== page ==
I have had limited experience of farming but threw myself into it with gusto. I had much to learn about planting crops but much more to learn about geese. My first encounter with Mike’s feathered thugs did not go well. Mike is of small stature and not very steady on his feet. The geese have developed a type of radar that sense vulnerability and will immediately act upon it. It was a simple task. Mike carried a container with vegetable peelings and I was carrying a bucket of water. As Mike opened the gate Buddy turned tail and ran. He stood quite a way back from the advancing threat with his head down and tail tucked between his legs. Alarm bells immediately began ringing loudly in my head now. The geese marched in formation towards Mike hissing, honking and flapping. “Its alright” he shouted “they won’t hurt you as long as you don’t take any notice of them”. I wasn’t altogether convinced of this, especially when the biggest one began to attack us. He launched himself at Mike with such force it took him by surprise and made him shout “Oi you bugger get off!” Mike threw the container of food on the ground and fled with the goose still attached to the back of his trouser leg. The other geese were busy gobbling up the food and the commotion that ensued startled me so much I stepped backwards knocking over the bucket of water behind me. I made a hasty retreat but was not quick enough. I felt a sharp pain in the back of my knee where the goose had nipped me. Luckily I was wearing loose fitty heavy duty overalls so no damage was done. With a yelp I turned to face my attacker and grabbed him by his neck. I unceremoniously spun him off balance before taking the decision to retaliate. I wrestled with the goose as if I was fighting for my life. He beat his wings furiously against my arm so I hurled him as far away from me as I could. He landed in the midst of the angry mob who were still devouring the food. I grabbed a nearby broom and stood with it in a threatening pose. I waited for a second assault but thankfully they remained at a distance so I could make my escape. I stood brandishing my broom and sternly admonishing the geese”There let that be a lesson to ya!” Mike was by this time laughing so much he could hardly stand.”What are you going to do with that btoom? Sweep ’em up?’he laughed. From this point onwards the broom was my weapon of choice. It went with me everywhere as they were free range critters. Thankfully I haven’t had to use it as they are now my friends. I have since done much research into looking the correct way to look after geese. Indeed I was to receive an intensive course on raising them a few weeks later…but that’s another story.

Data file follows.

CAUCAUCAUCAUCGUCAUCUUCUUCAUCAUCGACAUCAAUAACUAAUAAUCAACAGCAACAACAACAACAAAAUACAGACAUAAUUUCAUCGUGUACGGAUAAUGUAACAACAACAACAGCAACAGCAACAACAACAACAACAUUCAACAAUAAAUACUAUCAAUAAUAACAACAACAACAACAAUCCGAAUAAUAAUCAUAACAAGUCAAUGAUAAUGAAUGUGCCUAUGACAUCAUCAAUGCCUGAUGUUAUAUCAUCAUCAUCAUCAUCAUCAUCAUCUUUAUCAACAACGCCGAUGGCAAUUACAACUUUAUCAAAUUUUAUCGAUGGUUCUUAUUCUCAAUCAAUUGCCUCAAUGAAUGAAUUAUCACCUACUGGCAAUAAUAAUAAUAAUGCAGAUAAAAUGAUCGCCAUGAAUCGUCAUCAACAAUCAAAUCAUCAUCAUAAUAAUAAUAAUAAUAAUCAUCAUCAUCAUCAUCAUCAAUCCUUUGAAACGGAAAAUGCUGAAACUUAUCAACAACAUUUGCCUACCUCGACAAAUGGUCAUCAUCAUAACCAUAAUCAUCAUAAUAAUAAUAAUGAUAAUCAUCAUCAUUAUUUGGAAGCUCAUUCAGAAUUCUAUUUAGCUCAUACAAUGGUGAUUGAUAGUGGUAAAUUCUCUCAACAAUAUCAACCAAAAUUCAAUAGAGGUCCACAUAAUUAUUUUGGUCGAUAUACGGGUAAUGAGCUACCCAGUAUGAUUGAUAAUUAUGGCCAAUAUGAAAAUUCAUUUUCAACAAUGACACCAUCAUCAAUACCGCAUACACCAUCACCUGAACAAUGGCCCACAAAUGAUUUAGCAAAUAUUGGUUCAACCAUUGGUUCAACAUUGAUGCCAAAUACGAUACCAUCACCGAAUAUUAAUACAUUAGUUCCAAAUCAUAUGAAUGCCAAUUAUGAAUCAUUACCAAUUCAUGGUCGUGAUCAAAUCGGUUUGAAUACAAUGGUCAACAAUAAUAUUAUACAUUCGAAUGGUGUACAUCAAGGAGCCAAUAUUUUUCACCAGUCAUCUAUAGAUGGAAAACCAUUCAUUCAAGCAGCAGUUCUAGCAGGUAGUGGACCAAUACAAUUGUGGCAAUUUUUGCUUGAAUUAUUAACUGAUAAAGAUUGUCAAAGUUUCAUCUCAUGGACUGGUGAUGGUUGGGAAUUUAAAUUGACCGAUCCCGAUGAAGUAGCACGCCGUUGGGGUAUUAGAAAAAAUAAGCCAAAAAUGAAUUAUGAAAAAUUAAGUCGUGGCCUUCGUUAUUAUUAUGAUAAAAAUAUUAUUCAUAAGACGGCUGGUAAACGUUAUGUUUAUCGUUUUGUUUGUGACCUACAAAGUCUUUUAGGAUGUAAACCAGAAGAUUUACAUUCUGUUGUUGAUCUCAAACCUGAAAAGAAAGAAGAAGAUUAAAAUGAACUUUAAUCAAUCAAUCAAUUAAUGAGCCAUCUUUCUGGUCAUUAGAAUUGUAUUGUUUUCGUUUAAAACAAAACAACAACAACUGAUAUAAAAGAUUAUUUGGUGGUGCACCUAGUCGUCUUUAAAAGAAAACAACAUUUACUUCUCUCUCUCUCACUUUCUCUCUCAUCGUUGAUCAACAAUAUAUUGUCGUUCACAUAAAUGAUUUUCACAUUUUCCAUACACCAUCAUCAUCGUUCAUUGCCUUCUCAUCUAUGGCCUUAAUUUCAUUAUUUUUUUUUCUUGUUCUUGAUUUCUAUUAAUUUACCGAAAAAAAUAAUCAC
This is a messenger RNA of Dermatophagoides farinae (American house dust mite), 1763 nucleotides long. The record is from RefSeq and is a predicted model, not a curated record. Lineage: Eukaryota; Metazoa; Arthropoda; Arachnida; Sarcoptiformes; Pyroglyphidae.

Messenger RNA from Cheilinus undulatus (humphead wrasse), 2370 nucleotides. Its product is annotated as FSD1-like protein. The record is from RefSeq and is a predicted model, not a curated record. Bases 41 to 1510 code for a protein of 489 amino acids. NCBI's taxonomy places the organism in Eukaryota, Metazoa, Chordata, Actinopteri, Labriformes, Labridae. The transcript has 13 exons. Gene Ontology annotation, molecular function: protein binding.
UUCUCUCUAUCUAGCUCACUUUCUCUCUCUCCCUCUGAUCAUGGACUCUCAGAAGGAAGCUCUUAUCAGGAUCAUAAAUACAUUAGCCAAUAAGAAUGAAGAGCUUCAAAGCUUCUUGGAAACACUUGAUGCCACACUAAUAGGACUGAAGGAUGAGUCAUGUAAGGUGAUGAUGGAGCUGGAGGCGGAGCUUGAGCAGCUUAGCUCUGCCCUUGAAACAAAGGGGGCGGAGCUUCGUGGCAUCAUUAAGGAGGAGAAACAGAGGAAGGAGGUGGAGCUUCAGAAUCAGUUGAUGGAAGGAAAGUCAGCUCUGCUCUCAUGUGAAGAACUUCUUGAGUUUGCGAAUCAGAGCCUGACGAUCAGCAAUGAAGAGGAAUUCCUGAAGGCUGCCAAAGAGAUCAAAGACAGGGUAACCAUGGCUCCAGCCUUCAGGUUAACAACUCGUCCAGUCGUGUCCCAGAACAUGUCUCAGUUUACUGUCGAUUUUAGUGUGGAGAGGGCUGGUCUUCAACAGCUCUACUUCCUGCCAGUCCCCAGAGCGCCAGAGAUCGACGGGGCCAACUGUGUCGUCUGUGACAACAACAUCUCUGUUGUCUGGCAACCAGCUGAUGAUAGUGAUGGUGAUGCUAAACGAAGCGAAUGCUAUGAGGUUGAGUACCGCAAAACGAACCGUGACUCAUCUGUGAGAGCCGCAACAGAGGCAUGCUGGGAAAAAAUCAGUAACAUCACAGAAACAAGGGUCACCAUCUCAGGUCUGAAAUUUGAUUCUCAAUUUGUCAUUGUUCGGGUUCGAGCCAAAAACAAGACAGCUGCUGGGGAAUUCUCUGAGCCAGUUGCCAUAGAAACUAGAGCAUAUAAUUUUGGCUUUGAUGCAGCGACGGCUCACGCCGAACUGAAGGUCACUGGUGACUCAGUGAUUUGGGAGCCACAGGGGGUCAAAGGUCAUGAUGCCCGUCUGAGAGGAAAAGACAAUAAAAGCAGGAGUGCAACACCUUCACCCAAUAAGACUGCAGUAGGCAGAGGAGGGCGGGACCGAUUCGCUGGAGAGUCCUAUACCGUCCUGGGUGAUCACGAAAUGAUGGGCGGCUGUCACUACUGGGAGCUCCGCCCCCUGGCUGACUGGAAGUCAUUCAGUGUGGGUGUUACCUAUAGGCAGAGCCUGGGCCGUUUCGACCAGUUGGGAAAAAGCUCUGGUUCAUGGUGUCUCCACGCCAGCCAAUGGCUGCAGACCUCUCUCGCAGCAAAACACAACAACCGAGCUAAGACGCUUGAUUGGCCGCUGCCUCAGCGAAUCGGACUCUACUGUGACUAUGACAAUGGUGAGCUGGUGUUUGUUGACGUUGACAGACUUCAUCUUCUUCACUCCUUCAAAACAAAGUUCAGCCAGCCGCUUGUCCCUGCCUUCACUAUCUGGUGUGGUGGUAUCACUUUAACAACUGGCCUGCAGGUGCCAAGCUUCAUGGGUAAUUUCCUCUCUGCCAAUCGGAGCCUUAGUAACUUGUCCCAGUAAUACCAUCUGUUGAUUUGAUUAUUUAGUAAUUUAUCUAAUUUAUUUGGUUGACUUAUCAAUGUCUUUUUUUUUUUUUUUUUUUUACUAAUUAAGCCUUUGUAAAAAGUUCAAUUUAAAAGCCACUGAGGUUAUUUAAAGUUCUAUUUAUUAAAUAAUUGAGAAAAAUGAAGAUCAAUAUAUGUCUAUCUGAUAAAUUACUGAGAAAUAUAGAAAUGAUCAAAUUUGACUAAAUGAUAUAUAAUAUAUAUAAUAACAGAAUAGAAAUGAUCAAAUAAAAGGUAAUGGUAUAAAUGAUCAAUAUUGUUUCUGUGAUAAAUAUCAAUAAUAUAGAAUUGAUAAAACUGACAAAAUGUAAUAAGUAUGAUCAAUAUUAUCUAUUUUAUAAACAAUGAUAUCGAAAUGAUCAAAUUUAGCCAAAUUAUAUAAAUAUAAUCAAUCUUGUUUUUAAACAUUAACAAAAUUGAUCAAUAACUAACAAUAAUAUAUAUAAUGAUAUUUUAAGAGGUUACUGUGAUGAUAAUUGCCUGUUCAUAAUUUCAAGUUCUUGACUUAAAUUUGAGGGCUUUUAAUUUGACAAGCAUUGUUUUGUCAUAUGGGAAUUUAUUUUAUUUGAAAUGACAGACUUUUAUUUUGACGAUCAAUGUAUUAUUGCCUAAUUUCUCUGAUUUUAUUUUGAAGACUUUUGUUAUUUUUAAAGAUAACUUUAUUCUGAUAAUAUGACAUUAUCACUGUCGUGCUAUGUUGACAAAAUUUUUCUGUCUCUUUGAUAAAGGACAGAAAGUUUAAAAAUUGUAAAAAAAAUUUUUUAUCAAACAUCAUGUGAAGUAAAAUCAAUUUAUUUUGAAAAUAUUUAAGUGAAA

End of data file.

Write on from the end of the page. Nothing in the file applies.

Not Afraid of the Dark

Some people have a fear or the dark or rather what may be lurking unseen in its mysterious depths. I remember that dark, terrifying universe under my bed at night. During the day it was a perfectly innocuous space where you might find a dirty sock, a stash of sweeties or a copy of the Beano. After my Nan read me Rikki Tikki Tavi from the Jungle Book the sock turned into a deadly snake and I wouldn’t dare put a foot out of the bed at night. The cuddly toy rabbit that slept on my pillow next to me was standing guard against cobras.

So where are we going with this? It is quite simple. I have looked at my life now and realise I have lost my fear of darkness and now embrace it. I am a very peculiar breed that actually likes the dark. The village where I live is very beautiful at night. It has enticed me out on several occasions to capture it’s dark beauty on my phone. I am often there hiding in the shadows enjoy the black velvety night.







I like to go out at night and go badger spotting. Yes I said badger spotting! No it’s not a euphemism for something else. No sniggering please. I don’t have a fancy camera and can’t get decent pictures of these elusive creatures so I just enjoy watching them. I live close to a nature reserve so all I have to do is go for a walk late at night or early in the morning and there they are!



I only wander where its safe but I still feel like a bit of a warrior. Which bit I am not sure. When I am on the ground looking under cars to see if I can see a badger I often wonder if I have a career with bomb disposal. My poor arthritic knees don’t cope too well with kneeling anymore so I must make a scary sight on all fours grunting and straining with my backside in the air with the effort of searching. One day I will probably get squashed flat by a car. My tombstone will read “DIED BADGER STALKING”. Passers-by must think I am mad when they see me looking under cars. The neighbours tolerate me and give sympathetic looks sometimes. Others must think I am a danger to society.

On a more serious note I am quite careful to maintain distance once I have located one. Badgers can be fierce when startled so it’s quite risky but also I don’t want to cause them any distress. I would never attempt to get too close or touch one. Wild animals are meant to be just that – wild. I am not just a creepy stalker of wildlife I encourage them to visit me too. I helped them out by creating a wildlife garden with native plants, shrubs and a small pond. I put food out and provide shelter. The critters reward me by gracing me with their presence. Welcome to my life dear reader. Are you afraid of the dark?